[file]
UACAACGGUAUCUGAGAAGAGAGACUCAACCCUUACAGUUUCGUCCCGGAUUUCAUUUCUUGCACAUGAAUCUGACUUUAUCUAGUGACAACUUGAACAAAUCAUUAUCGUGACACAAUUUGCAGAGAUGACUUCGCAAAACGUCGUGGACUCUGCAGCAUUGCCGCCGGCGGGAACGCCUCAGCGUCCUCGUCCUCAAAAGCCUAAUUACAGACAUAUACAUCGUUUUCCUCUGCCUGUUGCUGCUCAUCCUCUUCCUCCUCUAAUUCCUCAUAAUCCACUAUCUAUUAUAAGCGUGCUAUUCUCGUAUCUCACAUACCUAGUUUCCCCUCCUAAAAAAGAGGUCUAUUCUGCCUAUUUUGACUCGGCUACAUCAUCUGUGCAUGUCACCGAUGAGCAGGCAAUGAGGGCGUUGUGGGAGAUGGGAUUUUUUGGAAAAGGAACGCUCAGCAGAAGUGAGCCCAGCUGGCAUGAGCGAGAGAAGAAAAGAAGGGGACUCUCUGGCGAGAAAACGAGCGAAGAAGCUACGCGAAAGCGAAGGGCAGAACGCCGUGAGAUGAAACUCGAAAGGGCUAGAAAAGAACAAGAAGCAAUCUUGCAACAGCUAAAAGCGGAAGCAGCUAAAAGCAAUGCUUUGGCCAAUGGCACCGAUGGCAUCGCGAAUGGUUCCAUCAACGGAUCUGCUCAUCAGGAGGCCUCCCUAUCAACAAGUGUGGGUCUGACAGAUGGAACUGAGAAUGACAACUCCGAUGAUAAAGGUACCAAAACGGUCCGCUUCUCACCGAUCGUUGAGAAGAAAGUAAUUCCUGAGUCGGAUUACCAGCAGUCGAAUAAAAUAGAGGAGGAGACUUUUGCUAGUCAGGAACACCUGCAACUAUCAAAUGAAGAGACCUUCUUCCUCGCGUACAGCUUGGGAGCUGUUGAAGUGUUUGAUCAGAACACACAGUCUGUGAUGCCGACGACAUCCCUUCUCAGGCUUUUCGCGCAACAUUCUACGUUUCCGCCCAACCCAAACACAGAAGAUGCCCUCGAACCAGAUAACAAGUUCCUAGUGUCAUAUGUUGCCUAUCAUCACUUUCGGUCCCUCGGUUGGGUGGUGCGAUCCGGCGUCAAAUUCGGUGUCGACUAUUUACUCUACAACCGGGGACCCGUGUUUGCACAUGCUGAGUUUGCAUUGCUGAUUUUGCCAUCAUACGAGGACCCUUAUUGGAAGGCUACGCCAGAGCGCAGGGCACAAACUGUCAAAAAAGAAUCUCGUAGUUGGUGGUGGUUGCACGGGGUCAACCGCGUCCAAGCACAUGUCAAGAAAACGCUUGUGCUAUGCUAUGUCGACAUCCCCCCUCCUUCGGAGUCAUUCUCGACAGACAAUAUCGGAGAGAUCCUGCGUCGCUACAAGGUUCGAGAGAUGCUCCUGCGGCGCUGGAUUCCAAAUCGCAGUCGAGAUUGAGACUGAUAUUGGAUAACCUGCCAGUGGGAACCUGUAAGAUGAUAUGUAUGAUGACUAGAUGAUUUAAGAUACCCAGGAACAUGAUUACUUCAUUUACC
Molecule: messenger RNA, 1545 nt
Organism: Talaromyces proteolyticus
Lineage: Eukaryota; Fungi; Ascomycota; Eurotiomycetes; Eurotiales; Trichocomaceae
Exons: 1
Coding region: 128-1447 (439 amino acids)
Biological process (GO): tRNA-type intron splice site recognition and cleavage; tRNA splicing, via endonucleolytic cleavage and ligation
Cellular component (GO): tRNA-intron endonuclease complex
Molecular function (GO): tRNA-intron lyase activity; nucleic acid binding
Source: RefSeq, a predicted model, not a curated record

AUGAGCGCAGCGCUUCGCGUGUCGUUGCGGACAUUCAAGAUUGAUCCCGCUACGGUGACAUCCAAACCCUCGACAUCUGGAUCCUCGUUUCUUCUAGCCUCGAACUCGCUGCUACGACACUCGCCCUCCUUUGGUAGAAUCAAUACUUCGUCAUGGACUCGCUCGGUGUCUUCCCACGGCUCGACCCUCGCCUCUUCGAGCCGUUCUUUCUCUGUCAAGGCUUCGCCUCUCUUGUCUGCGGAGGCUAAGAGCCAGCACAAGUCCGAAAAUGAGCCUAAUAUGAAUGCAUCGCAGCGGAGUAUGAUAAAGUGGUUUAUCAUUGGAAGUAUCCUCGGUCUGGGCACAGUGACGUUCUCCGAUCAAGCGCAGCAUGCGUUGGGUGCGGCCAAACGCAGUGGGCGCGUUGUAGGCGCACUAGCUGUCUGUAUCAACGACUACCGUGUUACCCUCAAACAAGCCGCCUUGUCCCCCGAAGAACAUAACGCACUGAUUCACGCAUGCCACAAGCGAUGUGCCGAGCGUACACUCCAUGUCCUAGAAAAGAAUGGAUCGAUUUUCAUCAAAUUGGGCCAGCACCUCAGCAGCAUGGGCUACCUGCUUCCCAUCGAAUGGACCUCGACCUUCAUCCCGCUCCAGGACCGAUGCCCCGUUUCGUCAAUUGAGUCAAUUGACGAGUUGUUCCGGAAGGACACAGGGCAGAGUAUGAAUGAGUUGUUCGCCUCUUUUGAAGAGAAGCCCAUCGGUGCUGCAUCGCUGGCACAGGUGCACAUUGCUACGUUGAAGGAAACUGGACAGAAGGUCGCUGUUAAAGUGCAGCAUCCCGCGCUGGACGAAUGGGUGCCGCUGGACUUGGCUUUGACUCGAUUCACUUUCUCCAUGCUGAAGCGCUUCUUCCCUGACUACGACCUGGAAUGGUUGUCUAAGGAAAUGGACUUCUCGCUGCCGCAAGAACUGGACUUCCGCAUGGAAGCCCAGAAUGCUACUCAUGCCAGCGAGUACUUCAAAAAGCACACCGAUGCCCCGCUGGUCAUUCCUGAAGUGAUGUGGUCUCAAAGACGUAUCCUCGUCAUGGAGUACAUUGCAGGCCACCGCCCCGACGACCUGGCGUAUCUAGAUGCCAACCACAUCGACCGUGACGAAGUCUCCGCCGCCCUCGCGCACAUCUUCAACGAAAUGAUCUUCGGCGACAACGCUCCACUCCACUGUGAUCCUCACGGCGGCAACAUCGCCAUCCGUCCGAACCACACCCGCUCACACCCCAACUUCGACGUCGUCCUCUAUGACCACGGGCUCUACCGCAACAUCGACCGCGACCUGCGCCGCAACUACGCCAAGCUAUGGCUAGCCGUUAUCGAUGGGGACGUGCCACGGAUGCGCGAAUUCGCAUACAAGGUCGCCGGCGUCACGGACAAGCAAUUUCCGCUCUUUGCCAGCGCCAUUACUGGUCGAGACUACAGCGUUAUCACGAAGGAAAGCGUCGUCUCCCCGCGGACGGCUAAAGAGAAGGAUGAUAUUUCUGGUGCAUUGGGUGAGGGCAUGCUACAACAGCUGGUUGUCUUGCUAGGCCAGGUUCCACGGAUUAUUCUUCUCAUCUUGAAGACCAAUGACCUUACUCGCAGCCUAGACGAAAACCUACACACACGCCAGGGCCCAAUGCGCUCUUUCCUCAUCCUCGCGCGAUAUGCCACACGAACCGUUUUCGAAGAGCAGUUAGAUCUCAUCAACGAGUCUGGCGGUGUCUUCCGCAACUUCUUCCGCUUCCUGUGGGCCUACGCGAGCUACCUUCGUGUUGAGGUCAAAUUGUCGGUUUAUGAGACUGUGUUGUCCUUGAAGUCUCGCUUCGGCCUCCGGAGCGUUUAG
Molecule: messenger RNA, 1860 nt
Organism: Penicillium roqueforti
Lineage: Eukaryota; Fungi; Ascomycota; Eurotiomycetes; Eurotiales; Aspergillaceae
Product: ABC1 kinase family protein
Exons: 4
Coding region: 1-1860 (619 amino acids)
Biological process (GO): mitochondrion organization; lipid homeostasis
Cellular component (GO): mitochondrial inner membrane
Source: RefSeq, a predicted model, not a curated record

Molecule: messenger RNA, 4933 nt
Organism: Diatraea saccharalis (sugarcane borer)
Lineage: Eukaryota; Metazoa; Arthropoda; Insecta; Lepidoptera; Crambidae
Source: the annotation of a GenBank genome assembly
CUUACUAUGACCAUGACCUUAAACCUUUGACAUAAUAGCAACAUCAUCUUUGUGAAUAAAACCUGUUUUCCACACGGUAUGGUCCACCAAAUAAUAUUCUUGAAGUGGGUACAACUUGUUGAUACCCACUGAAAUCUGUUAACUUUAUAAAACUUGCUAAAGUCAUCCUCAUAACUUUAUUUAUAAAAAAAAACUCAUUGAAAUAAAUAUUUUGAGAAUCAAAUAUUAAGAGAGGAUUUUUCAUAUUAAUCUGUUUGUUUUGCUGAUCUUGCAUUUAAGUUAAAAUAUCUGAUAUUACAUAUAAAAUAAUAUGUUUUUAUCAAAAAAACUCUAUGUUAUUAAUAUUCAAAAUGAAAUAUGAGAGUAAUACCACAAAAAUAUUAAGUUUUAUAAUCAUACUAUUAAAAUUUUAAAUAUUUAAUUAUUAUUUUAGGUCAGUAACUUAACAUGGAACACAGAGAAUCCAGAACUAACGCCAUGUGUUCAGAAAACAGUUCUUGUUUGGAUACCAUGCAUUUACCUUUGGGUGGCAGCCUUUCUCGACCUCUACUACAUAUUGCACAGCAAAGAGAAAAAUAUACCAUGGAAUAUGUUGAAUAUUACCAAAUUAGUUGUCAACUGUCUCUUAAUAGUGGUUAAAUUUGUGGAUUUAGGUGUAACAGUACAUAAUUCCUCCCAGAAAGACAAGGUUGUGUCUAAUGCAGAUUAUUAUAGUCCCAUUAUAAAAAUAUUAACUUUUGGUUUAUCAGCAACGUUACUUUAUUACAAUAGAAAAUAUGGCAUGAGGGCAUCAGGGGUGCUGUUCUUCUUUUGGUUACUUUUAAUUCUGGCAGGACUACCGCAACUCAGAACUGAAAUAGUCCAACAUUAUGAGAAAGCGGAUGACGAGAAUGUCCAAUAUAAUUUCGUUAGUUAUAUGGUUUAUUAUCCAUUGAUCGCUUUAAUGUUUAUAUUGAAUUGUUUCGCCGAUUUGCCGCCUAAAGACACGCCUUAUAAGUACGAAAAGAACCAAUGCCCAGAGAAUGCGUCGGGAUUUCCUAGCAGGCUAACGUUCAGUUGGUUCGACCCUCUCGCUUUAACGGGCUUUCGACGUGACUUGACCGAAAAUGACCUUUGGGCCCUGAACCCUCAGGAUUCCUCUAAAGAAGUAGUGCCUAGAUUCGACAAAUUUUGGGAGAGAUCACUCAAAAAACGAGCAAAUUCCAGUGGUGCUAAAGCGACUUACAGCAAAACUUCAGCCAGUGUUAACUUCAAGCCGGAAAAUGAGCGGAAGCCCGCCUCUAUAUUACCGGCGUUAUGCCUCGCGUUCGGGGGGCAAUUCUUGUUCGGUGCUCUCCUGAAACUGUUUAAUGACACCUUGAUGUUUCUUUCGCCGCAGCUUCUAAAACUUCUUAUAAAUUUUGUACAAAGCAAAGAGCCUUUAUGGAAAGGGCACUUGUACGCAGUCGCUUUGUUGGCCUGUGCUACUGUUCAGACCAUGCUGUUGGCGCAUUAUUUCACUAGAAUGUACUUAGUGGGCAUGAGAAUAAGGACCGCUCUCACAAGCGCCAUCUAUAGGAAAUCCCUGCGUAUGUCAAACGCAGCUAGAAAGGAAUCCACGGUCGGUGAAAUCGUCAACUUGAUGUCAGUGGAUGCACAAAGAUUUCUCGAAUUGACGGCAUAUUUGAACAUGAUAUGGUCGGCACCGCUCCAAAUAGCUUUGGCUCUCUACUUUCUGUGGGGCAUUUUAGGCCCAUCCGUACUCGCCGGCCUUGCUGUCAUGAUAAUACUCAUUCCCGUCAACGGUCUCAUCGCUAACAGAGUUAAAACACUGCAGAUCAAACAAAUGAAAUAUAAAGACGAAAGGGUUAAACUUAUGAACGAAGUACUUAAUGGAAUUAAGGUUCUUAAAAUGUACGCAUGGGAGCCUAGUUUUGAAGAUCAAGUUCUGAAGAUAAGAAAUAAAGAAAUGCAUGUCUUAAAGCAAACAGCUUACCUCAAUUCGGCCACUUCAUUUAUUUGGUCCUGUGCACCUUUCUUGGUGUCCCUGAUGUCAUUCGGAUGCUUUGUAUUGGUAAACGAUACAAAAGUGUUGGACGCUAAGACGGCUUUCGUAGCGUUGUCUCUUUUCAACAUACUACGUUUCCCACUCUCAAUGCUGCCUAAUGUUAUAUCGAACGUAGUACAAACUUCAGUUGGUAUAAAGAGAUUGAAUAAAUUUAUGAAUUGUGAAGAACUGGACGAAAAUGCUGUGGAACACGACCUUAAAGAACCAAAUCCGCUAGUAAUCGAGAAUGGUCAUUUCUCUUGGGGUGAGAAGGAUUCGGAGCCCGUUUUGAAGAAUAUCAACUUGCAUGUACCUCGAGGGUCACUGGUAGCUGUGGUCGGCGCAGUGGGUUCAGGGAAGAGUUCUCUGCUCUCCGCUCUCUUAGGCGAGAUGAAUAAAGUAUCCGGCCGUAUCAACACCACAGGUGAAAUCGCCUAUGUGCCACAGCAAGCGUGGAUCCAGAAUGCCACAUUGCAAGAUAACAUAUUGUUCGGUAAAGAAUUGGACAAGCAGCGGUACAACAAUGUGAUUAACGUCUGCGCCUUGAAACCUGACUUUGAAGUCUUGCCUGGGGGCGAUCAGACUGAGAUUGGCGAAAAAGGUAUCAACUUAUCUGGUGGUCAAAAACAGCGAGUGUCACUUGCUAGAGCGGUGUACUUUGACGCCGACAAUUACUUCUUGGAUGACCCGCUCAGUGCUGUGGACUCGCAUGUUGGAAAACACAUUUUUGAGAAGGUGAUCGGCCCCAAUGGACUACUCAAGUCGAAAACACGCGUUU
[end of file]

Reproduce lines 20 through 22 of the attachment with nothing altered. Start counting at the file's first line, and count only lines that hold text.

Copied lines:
Source: RefSeq, a predicted model, not a curated record

Molecule: messenger RNA, 4933 nt
Organism: Diatraea saccharalis (sugarcane borer)